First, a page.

The heroine is either an ingénue or a slightly older woman who’s got a (not too) independent streak – I think one of these was even rumoured to be a ‘bluestocking’.

In Charles Garvice, the heroes are a nineteenth century version of the same thing – as often as not they’ve squandered away a fortune. Heriot Fayne in ‘The Outcast of the Family’ takes decadence to the point of having a whisky and soda for breakfast (it being a Victorian novel, he has to be alone in bed as he orders this from his man). He is made a good deal less lovable than average by having a liking for threatening to throw Jewish moneylenders out of windows – one can imagine him, thirty years later, joining the Blackshirts – but generally the heroes are honest hearted and rather confused by a conflict between duty –(they’re usually heir to an Earldom) and their natural wildness.

The heroines are a very dull lot. As Laura Sewell Mater comments in her article on this most prolific of late Victorian/Edwardian writers, the only thing that distinguishes one from another is their hair colour, although I do recall that one – I think Margaret in ‘Wild Margaret’ is slightly less of a lay figure – she actually pokes fun at the hero, making him look a fool and bringing about his reformation through acid criticism as much as angelic example.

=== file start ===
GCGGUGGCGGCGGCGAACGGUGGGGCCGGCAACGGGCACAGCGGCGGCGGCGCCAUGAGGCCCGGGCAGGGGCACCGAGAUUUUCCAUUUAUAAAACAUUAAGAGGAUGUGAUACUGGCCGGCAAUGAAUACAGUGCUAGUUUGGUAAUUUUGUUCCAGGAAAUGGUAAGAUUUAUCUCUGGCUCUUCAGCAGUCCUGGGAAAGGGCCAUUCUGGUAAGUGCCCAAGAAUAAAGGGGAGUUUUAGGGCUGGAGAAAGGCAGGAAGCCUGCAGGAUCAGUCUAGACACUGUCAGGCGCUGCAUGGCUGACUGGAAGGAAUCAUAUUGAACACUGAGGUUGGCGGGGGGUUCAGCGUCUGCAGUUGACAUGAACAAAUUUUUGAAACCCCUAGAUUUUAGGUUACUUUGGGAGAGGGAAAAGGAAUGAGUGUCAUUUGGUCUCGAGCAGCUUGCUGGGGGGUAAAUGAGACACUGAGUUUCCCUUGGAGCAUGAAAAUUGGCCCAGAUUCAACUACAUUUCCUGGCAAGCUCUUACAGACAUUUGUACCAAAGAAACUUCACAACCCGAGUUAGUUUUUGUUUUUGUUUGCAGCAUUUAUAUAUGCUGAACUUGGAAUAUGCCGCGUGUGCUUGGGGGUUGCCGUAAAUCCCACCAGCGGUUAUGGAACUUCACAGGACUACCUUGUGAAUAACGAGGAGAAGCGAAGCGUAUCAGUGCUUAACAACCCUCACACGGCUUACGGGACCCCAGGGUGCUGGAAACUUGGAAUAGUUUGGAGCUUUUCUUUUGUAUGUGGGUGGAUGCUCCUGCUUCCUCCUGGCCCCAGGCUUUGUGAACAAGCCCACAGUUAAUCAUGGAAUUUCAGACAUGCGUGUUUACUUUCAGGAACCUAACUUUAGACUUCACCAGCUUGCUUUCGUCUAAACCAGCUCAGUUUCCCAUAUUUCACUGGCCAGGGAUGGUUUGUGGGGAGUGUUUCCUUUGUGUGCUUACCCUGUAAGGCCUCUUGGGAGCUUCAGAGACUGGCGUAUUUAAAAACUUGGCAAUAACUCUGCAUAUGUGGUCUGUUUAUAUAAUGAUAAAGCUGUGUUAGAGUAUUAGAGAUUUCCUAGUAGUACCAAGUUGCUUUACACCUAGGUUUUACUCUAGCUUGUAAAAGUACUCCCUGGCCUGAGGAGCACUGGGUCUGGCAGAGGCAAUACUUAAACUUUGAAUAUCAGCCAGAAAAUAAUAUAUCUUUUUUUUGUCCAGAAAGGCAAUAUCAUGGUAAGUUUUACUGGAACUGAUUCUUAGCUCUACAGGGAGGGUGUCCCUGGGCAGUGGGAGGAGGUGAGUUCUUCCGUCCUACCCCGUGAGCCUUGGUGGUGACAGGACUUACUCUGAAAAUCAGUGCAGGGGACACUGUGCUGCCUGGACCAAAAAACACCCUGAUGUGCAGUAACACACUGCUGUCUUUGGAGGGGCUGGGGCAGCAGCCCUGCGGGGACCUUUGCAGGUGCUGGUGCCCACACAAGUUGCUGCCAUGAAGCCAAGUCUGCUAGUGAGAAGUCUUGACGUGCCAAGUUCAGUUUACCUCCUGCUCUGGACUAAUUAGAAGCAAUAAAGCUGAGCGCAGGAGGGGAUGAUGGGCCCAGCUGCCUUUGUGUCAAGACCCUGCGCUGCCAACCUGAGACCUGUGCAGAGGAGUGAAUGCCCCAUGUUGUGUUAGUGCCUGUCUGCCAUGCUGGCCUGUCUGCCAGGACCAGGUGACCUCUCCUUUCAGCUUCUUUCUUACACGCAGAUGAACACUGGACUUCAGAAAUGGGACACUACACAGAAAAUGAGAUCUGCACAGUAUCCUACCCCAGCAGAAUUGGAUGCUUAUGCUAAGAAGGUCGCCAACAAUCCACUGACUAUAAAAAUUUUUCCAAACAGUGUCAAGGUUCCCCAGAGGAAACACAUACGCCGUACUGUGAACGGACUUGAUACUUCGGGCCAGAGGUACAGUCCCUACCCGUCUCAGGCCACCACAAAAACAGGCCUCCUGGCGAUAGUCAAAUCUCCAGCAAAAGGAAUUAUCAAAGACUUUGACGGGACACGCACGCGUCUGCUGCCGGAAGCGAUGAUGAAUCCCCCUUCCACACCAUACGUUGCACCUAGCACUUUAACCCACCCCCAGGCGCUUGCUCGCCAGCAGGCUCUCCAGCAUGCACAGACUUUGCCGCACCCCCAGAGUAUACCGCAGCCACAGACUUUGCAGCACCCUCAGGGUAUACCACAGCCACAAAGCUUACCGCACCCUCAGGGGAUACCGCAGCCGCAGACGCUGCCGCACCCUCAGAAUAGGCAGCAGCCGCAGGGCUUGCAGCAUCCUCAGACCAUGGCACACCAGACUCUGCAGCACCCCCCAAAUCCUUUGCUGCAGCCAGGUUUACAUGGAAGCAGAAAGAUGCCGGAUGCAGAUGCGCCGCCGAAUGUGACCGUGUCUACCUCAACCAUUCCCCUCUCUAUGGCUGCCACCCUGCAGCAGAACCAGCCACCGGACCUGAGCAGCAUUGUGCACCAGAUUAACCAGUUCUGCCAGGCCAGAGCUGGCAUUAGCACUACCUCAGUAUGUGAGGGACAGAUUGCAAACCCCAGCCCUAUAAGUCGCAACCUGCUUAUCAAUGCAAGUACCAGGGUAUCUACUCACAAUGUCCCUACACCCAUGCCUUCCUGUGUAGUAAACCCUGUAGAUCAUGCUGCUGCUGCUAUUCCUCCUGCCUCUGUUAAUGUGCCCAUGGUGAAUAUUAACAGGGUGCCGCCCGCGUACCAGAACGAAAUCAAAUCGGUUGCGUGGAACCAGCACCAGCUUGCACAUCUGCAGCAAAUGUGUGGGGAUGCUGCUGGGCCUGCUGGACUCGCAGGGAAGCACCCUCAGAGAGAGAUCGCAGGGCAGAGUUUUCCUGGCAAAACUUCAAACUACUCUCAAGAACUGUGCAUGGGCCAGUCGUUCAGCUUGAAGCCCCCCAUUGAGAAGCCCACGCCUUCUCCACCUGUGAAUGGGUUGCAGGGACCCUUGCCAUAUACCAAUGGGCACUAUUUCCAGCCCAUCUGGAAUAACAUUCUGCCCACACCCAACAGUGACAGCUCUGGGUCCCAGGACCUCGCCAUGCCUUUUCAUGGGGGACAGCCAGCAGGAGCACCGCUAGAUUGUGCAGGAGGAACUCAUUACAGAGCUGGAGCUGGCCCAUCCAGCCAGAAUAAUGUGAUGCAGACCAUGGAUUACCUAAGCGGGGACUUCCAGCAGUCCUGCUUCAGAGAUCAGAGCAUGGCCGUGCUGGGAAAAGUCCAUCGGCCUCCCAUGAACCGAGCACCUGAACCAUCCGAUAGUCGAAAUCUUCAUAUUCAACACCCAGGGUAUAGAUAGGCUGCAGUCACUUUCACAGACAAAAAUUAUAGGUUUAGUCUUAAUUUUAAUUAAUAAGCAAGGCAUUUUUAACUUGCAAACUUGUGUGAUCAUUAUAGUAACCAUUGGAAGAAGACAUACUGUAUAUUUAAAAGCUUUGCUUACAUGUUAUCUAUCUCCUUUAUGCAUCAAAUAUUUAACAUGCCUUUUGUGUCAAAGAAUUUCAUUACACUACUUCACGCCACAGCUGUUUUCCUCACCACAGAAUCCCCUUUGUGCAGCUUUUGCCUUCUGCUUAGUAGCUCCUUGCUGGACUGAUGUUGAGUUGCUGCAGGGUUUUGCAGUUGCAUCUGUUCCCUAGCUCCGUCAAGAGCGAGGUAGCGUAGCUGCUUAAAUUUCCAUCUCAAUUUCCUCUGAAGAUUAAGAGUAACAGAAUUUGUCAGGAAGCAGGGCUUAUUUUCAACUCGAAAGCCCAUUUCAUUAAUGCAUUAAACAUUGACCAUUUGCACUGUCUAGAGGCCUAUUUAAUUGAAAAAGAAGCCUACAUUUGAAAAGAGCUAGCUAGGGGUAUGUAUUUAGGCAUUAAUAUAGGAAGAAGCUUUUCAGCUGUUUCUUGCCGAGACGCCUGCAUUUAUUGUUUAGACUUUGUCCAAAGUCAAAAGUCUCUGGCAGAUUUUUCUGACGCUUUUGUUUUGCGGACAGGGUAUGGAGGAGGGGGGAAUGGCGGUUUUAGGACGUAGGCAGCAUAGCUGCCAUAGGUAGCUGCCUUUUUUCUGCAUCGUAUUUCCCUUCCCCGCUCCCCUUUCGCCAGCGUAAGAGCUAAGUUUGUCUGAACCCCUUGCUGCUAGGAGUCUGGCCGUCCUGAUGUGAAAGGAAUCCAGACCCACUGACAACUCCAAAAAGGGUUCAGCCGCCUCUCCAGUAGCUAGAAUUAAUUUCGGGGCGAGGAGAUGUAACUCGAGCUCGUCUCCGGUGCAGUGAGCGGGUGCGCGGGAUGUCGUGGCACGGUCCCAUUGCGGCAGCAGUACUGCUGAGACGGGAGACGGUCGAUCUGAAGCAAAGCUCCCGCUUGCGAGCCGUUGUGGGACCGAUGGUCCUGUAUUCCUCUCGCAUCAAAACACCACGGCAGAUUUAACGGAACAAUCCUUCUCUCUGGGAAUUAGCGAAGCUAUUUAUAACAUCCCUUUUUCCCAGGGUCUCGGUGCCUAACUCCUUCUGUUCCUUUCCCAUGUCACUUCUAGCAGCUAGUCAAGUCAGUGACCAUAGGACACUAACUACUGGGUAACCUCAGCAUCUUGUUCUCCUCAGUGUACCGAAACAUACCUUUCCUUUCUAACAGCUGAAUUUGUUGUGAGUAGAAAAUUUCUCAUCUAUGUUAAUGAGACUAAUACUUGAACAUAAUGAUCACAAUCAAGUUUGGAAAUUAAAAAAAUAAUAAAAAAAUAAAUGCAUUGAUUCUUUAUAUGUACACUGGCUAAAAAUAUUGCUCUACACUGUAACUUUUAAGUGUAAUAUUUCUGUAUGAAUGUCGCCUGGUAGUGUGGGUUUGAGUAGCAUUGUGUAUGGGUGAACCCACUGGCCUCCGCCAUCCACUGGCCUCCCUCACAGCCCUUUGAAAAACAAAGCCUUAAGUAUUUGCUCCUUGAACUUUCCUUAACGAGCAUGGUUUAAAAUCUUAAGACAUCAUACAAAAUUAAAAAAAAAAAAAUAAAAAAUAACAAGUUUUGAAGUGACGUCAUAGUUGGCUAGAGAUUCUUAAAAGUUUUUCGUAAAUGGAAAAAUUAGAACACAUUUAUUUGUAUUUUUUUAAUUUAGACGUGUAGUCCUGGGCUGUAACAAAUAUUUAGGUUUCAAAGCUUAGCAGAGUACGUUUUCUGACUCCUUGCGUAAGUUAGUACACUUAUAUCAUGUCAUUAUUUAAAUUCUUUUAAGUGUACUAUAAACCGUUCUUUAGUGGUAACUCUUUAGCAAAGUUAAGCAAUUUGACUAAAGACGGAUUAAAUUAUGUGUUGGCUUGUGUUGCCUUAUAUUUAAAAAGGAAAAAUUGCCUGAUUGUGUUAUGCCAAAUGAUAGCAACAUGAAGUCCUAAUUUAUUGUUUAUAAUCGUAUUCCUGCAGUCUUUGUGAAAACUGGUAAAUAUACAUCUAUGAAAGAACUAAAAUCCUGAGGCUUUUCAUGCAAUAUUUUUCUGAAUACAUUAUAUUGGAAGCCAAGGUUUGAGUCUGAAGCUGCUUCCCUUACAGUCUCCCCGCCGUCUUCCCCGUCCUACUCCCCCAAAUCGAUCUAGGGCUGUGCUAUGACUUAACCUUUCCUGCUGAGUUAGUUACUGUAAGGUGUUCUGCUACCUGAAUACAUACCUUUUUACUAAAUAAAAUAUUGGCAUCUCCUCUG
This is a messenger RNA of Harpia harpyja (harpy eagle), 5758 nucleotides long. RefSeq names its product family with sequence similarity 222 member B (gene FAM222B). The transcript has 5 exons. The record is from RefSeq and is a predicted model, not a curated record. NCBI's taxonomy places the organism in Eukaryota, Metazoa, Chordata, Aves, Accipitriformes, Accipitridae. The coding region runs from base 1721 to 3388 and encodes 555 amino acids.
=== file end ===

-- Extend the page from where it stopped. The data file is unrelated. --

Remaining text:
Most intriguing, I think, are characters who are halfway between the flat and the round; and in my next post I’m going to enjoy writing about a perplexing example of this – none other than Charley Kinraid, the dashing, opportunistic (second?) hero of ‘Sylvia’s Lovers’ by my favourite Victorian writer Elizabeth Gaskell.

Moral Transformations of Scoundrels Through the Love of a Good Angel

41ZYpCCMnoL._AA160_EmileDubois-800 Cover reveal and PromotionalI was rambling about how the whole thing about reading Vulpius, Gaskell etc and brooding on their revelation of character, especially as regards moral transformation of a ‘bad’ into a ‘good’ person, made me think again about how much revelation of a character’s’ mental life is sufficient to make that character deep and rounded without being as it were, over exposed, how much mystery there should be, how far the narrator should be omniscient in this regard, etc etc.